No, I banned your sock puppet accounts 3 times. White supremacy is way off topic and the other two were mirror accounts posting spam. One signed up and continued posting after I banned the first for posting a link to a no-longer-available YouTube video several hundred times.

    Notice, Adam, that I haven’t banned your actual account at all though.

  2. oiaohm says:

    That Exploit Guy
    –Bytecode engines and sandboxed execution are two completely different things. Bytecode can be executed within a sandbox. Likewise, a sandbox is not limited to isolate bytecode execution. Why not try and read up on the subject before defending your failed argument?–
    I said bytecode engine. Not bytecode execution. There is a big difference. A bytecode engine and process the bytecode without really running it. Sees the code paths.
    http://blog.clamav.net/2011/11/bytecode-signatures-for-polymorphic.html
    –heuristic engine (emulator)– in Kespersky is in the same class as the clamav bytecode engine. This stuff Scary enough its like saying a lint or gcc runs the programs because it produces a flow map. Of course this is not true. The heuristic engine in kaspersky never really runs the program.

    Basically there is more than 1 emulator define.

    That Exploit Guy
    –Real-time protection of the file system against malicious code: intercept and analyze attempts to access files, disinfect and delete infected objects–
    Word there is file system you are miss reading. That is not run-time heuristics

    That is the kernel hook that does not monitor execution or start a sandbox.

    http://blog.clamav.net/2011/11/bytecode-signatures-for-polymorphic.html

    The emulated is basically a de-complier designed particular to detect possible hostile actions.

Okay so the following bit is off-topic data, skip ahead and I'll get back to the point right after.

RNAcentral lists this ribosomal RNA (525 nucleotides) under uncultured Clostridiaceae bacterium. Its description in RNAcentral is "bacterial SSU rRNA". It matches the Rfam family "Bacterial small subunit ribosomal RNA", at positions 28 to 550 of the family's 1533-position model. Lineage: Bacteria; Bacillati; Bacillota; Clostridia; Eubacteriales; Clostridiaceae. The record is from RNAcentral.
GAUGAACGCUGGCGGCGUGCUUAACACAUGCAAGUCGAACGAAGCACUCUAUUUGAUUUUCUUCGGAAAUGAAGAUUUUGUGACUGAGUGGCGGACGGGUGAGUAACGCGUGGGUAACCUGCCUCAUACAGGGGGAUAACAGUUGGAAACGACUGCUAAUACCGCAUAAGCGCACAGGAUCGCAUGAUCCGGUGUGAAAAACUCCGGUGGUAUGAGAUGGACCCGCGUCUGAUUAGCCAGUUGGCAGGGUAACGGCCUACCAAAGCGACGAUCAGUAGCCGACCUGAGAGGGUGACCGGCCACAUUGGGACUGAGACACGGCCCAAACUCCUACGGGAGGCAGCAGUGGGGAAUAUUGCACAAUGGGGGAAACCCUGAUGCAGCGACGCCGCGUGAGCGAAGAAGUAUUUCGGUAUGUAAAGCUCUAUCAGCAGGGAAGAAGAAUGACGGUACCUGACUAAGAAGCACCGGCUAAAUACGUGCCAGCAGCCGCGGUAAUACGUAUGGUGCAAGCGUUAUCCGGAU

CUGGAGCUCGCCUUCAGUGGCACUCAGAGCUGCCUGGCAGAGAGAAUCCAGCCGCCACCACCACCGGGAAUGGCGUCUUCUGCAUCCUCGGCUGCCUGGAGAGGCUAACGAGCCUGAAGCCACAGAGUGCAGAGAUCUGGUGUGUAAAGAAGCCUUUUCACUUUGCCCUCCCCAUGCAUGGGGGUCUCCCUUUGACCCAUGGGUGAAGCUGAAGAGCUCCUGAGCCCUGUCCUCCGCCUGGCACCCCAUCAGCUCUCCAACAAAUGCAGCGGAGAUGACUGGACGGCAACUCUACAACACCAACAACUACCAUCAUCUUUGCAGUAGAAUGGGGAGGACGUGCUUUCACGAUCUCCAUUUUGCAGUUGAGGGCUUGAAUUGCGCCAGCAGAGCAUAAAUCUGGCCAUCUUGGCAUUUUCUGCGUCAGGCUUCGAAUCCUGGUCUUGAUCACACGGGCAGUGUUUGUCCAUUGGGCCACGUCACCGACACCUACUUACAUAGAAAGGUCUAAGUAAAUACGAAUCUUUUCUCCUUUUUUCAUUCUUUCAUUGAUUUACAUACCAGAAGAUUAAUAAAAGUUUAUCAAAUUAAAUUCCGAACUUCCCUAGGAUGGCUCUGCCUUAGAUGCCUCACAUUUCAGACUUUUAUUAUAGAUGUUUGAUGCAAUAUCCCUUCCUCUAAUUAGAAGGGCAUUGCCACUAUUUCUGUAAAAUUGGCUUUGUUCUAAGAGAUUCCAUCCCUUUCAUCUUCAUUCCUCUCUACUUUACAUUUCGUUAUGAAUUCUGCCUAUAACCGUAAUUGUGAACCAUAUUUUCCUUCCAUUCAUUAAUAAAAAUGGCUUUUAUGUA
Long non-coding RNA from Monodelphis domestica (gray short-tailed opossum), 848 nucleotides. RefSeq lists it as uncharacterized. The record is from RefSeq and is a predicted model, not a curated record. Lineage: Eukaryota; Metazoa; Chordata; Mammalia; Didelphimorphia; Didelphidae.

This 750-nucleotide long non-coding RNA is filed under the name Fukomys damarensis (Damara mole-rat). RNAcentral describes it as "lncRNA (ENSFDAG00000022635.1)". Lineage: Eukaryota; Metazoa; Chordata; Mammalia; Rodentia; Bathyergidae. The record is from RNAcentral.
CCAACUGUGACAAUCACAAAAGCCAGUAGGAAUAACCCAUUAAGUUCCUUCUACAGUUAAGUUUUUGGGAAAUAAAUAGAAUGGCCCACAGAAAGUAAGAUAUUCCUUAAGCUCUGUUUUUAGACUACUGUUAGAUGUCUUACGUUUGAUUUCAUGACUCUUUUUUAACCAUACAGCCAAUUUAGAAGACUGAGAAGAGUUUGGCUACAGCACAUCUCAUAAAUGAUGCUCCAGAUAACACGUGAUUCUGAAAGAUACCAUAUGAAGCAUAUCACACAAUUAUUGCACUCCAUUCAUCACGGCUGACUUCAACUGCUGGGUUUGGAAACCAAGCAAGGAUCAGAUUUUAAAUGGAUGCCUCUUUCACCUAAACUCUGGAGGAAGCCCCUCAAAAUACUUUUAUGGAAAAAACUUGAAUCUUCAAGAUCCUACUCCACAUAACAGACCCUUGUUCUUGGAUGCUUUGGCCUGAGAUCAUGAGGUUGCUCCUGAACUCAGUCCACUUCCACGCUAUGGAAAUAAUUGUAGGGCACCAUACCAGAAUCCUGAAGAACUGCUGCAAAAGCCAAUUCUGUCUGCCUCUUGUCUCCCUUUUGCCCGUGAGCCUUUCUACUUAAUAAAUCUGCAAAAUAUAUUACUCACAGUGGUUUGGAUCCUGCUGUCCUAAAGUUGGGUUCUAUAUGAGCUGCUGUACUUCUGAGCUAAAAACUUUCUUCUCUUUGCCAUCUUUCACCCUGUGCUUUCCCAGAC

That Exploit Guy the reality is that on Linux kaspersky does not check ram in either version you are pointing to at runtime. Kespersky anti-virus on Linux does not help you one bit against a in ram attack. You are depending on other sections of Linux to handle that.

    Problem here you don’t know the topic That Exploit Guy so when you read emulator you think qemu, sandboxes…… Anti-viruses have something else they call an emulator as well. That is basically an very advanced de-complier that can map out the flow of the program. This is how come the heuristics will trigger before you have really run the program in any form. Why because a new varent of a malware could include the same code as old except now have a new feature that can smash its way out of a sandbox of the anti-virus this is why the anti-virus requires this special form of emulator. If you really run it you can kill you system by by.

    You would put the anti-virus emulator in the same class as spice circuit testing software. Its never real.

    That Exploit Guy part of security is know what each product protects. Kespersky on Linux its filesystem accesses and integrates into samba that is it.

    The heuristic solution is identical between all of Kespersky current Linux products. The runtime monitoring is identical as well. The difference between the products are skin level.

    –Let me tell you two things that will definitely happen when you have a piece of malware that is on disk but not in memory: 1 Jack.2. Squat.–

    That is exactly what Kespersky is trying to make sure happens.

    Kespersky does not help at all with a in ram buffer overflow or equal attack against Linux. You other sandboxing solutions like selinux come into play there.